Our governor, Mike Parsons, has announced that, for Missouri, the pandemic is over. It’s been demoted to “endemic.” Which means, in case anyone is wondering, that it’s not gone, it has “settled in” as a constant, like the flu or colds or mosquitoes. He’s more or less following the trend. People are abandoning their masks and it appears to have reached a point where he might as well give it the seal of approval or look like a stick in the mud. Or a Democrat.
I’m still masking. Depending on where I am, this is becoming a minority practice. I’m waiting for the notices of a new spike, but who knows? Maybe the Omicron variant isn’t as nasty in its consequences. Serendipity may make this look like a smart call.
But if it’s true that the virus is entering a less fatal phase, that evolution is doing what it does and making the changes from a killer to a nuisance, what does that say about the last two plus years of our collective reaction? Politicians can only do so much. If people are unwilling to go along with the recommendations—the rules—there’s not much they can do. Usually, only a minority of people in a given community resist the imposition of new requirements. What makes this last couple of years so frustrating is the nature of the requirements in the face of the kind of emergency that has made many of us look like fools.
This is not new. During the savage Spanish Flu outbreak in 1918, people across the United States resisted health regulations to isolate, quarantine, take basic prophylactic measures. Here in St. Louis, Dr. Max Starkloff, the city director of public health, went so far as to have people arrested who refused to stay home. That pandemic was in some ways worse than the present one. When restrictions relaxed, people got sick and died dramatically. But people bristled at being told what to do. Some thought their position in society was protection, others thought prayer would work, still more simply refused to believe they could catch it based on the centuries-old canard that illness was a sign of moral failings. That last may have some credibility, but not the way people meant it. God was not going to protect them, but their willingness to be good citizens made a difference.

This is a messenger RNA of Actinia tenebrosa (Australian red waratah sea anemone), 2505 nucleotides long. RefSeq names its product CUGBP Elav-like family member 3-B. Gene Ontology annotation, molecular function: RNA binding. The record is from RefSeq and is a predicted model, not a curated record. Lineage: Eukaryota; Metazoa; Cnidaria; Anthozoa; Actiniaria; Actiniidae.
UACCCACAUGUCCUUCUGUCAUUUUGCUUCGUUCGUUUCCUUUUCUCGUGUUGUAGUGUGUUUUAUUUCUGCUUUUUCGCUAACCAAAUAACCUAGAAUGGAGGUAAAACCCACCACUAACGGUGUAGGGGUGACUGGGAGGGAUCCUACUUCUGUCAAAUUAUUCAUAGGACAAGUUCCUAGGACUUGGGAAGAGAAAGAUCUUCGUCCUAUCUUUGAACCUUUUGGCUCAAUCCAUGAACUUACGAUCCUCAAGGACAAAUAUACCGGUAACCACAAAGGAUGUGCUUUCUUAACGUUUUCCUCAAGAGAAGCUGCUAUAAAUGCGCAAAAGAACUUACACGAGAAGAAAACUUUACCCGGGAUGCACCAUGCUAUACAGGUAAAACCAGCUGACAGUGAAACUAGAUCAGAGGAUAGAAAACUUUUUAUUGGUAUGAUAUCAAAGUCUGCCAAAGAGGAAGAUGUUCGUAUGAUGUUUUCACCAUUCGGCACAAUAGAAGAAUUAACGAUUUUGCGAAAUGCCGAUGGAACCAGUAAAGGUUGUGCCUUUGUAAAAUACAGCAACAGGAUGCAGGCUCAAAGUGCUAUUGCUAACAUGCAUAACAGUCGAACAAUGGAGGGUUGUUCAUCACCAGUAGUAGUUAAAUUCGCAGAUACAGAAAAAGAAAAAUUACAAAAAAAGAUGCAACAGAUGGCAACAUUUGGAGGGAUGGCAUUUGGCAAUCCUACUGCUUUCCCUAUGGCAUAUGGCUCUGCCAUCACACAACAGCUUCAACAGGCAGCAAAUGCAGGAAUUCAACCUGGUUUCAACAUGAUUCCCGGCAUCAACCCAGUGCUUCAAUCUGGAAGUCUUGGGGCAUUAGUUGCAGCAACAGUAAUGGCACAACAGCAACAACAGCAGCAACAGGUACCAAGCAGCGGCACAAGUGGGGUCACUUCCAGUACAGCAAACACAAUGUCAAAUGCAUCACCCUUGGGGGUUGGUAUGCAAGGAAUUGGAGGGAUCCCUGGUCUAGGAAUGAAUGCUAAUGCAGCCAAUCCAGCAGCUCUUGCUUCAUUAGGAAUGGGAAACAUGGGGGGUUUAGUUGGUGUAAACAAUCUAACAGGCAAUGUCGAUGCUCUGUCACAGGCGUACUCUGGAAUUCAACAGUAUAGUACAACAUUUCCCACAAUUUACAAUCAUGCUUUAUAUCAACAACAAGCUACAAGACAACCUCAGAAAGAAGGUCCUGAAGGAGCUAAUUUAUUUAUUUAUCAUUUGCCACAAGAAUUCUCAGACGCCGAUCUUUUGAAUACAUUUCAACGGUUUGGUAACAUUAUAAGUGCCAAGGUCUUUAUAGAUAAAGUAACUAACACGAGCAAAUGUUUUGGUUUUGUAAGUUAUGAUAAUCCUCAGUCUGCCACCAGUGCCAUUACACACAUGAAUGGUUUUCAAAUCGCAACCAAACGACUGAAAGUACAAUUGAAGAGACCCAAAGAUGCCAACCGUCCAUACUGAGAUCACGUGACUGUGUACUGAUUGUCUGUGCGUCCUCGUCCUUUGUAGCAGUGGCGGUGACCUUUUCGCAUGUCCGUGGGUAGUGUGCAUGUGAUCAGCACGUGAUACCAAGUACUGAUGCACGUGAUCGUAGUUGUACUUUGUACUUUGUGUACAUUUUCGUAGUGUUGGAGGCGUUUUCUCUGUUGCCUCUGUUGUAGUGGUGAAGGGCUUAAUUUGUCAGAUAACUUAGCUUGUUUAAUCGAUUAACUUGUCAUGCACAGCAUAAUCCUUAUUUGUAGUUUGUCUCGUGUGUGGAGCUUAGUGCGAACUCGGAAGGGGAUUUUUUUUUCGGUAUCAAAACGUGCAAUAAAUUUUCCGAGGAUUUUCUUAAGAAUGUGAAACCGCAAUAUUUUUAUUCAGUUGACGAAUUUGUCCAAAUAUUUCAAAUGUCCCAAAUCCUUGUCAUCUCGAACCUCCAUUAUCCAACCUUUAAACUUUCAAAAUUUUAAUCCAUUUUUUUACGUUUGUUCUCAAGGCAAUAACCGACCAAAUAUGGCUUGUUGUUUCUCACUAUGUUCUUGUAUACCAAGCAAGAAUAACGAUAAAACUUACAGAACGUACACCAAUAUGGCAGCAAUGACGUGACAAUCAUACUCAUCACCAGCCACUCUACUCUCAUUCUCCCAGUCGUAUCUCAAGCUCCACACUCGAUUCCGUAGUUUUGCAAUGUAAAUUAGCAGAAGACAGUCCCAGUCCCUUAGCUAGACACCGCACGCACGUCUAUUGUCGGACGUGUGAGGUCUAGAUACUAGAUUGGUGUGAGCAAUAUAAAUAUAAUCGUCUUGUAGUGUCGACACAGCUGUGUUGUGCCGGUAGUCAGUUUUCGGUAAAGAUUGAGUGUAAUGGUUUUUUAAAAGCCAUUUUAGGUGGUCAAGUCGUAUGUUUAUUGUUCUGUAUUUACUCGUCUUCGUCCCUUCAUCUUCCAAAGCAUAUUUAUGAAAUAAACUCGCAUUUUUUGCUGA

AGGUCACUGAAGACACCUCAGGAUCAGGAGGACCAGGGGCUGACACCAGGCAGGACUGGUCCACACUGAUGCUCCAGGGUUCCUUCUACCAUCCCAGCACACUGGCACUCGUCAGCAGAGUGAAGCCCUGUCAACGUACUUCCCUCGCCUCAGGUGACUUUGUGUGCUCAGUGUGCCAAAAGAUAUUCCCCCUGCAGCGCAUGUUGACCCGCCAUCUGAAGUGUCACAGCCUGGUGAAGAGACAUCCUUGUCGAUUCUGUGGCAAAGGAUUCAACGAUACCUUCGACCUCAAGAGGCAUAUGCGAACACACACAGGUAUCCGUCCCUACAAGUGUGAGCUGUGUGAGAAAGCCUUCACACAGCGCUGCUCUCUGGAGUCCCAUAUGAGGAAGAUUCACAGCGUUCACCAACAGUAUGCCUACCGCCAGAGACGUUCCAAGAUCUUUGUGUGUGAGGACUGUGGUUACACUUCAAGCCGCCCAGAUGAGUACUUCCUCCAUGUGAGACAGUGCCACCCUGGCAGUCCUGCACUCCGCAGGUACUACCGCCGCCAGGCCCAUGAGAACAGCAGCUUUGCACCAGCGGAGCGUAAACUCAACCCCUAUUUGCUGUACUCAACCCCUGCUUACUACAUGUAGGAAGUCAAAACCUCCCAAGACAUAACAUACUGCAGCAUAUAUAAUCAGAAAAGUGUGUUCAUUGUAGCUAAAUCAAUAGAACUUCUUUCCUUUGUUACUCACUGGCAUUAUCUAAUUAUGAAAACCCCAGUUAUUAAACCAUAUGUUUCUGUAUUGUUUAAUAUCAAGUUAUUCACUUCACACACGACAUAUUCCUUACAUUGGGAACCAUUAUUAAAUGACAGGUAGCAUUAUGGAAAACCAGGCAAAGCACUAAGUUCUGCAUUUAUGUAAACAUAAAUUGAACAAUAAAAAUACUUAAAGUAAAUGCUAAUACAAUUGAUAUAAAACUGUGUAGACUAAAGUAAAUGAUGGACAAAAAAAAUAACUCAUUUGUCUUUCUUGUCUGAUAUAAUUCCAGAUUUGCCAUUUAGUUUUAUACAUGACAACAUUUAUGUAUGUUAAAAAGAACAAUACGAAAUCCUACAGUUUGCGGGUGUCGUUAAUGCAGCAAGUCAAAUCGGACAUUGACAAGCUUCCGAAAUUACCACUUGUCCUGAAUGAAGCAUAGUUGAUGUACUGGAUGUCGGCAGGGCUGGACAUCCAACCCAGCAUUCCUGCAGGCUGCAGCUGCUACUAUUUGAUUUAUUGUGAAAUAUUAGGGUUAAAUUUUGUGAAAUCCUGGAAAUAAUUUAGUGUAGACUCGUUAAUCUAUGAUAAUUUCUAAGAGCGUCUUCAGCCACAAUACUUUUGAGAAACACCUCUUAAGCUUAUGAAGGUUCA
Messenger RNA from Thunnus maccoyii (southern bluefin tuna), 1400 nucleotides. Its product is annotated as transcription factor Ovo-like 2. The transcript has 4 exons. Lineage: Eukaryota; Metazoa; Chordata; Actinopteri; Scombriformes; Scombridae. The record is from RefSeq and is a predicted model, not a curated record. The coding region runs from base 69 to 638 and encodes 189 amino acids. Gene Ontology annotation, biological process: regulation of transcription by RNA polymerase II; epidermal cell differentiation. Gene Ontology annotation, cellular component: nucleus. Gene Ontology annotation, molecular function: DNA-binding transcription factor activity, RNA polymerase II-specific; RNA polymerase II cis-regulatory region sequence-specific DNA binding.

Be that as it may, the experience has left me a bit more cynical as to the dependability of my fellow citizens. Yes, wearing a mask has been annoying. Yes, using hand sanitizer ten times more often than usual is irritating. Yes, having to be aware of how close one is to anyone else requires more thought than we’re used to. I’m sure some people chafe at being required to wear shirt and shoes in restaurants or other stores (and personally I’ve always wondered why in designated areas men can go topless but not women). It’s been a while, but I’ve been turned away from certain restaurants for being underdressed, i.e. no shirt and tie—t-shirt and tennis shoes didn’t cut it. But they were rules of engagement and for the most part no one questions them. Mainly because the minority that complains is so small as to be ignorable.